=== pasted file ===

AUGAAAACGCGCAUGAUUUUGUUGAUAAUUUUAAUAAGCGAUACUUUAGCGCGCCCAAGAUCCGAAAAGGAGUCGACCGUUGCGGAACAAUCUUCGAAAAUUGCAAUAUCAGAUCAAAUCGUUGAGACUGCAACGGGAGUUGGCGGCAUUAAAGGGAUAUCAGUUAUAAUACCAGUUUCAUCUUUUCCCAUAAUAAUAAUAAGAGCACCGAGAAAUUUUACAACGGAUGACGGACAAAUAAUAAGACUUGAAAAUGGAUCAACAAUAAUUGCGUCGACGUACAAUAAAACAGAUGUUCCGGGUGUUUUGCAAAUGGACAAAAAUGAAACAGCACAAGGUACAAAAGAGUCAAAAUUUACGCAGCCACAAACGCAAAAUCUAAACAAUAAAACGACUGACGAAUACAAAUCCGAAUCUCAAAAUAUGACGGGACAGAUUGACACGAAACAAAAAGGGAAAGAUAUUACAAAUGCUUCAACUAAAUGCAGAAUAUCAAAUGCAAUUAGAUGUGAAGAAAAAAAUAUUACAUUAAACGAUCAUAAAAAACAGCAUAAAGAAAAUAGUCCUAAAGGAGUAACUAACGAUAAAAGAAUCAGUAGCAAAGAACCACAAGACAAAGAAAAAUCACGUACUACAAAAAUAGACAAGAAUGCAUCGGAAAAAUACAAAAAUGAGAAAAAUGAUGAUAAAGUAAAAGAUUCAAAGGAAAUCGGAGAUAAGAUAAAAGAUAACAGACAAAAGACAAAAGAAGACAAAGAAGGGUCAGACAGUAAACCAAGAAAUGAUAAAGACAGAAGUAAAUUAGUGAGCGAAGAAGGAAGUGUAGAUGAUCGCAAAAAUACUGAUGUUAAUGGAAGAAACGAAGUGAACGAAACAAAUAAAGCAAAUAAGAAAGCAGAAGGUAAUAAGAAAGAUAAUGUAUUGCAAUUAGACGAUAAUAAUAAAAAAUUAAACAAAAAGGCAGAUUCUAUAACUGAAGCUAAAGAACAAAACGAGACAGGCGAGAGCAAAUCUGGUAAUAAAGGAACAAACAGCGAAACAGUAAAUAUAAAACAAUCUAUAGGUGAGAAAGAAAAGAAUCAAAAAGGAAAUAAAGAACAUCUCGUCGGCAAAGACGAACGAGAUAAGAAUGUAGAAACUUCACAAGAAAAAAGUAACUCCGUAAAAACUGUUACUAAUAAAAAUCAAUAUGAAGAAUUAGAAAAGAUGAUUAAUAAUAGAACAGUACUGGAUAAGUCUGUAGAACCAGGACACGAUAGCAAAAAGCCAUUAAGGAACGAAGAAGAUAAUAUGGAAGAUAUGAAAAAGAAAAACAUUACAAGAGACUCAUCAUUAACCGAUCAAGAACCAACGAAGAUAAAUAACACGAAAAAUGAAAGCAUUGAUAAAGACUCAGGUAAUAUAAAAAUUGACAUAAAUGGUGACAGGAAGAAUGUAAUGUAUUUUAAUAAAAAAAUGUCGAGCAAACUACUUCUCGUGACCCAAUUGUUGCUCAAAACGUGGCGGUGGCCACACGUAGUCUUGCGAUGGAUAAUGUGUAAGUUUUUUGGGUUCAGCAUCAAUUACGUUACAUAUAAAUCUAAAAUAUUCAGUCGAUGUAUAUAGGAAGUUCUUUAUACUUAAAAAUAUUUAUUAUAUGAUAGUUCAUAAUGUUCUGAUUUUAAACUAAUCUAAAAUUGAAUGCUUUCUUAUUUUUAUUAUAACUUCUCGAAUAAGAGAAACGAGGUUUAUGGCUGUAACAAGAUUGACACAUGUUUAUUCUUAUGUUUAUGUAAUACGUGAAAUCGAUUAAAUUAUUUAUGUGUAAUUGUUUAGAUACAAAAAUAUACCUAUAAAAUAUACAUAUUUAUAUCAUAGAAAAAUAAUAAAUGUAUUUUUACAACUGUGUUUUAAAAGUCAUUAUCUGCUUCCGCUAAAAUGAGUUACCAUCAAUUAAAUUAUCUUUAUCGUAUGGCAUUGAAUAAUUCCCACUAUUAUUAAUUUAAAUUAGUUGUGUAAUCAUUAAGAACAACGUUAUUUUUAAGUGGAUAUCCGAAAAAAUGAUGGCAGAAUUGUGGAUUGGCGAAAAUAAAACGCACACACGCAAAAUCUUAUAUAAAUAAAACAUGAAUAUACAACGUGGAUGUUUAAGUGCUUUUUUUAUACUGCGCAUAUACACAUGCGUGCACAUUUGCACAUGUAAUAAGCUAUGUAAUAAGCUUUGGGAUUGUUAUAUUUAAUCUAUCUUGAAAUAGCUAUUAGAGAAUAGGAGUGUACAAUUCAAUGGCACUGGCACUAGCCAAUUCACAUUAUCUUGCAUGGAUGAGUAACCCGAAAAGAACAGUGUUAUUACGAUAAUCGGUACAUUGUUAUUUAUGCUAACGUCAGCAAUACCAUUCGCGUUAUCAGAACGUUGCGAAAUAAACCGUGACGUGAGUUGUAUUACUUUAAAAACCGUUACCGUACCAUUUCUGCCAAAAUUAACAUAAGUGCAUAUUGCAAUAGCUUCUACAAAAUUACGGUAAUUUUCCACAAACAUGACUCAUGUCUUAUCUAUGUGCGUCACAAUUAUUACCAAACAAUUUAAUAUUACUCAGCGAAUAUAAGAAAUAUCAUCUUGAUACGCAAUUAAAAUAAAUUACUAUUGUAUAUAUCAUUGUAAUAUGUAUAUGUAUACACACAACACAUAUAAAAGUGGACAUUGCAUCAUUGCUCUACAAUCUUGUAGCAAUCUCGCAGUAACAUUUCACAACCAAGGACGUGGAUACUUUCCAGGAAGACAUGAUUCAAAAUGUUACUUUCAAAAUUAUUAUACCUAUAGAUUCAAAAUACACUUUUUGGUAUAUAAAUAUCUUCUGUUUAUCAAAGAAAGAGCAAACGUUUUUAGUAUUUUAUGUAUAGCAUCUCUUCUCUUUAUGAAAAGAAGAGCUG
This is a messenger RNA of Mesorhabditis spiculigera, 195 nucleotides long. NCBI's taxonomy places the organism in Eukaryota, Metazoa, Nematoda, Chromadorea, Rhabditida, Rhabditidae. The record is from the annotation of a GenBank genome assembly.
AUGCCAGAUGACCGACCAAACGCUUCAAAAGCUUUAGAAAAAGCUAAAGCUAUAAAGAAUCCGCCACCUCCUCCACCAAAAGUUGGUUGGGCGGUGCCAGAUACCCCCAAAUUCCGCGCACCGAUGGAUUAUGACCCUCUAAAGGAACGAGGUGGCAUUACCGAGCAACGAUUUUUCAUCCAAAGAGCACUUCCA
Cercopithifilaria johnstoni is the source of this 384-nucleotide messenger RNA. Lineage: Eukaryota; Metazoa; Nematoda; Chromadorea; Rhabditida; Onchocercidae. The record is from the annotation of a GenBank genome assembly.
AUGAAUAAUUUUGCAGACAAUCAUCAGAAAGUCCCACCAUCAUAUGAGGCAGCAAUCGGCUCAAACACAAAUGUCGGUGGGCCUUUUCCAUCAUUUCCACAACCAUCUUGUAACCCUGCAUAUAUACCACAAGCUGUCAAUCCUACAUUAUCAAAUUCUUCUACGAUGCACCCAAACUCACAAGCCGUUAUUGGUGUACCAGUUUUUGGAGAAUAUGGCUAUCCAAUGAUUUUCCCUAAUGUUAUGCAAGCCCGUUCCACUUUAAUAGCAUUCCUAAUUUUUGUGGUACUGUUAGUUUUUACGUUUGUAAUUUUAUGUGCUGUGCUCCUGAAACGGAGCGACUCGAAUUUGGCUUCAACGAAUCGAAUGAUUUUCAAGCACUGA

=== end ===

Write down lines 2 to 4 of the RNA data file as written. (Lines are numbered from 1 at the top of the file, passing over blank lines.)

This is a messenger RNA of Mesorhabditis spiculigera, 195 nucleotides long. NCBI's taxonomy places the organism in Eukaryota, Metazoa, Nematoda, Chromadorea, Rhabditida, Rhabditidae. The record is from the annotation of a GenBank genome assembly.
AUGCCAGAUGACCGACCAAACGCUUCAAAAGCUUUAGAAAAAGCUAAAGCUAUAAAGAAUCCGCCACCUCCUCCACCAAAAGUUGGUUGGGCGGUGCCAGAUACCCCCAAAUUCCGCGCACCGAUGGAUUAUGACCCUCUAAAGGAACGAGGUGGCAUUACCGAGCAACGAUUUUUCAUCCAAAGAGCACUUCCA
Cercopithifilaria johnstoni is the source of this 384-nucleotide messenger RNA. Lineage: Eukaryota; Metazoa; Nematoda; Chromadorea; Rhabditida; Onchocercidae. The record is from the annotation of a GenBank genome assembly.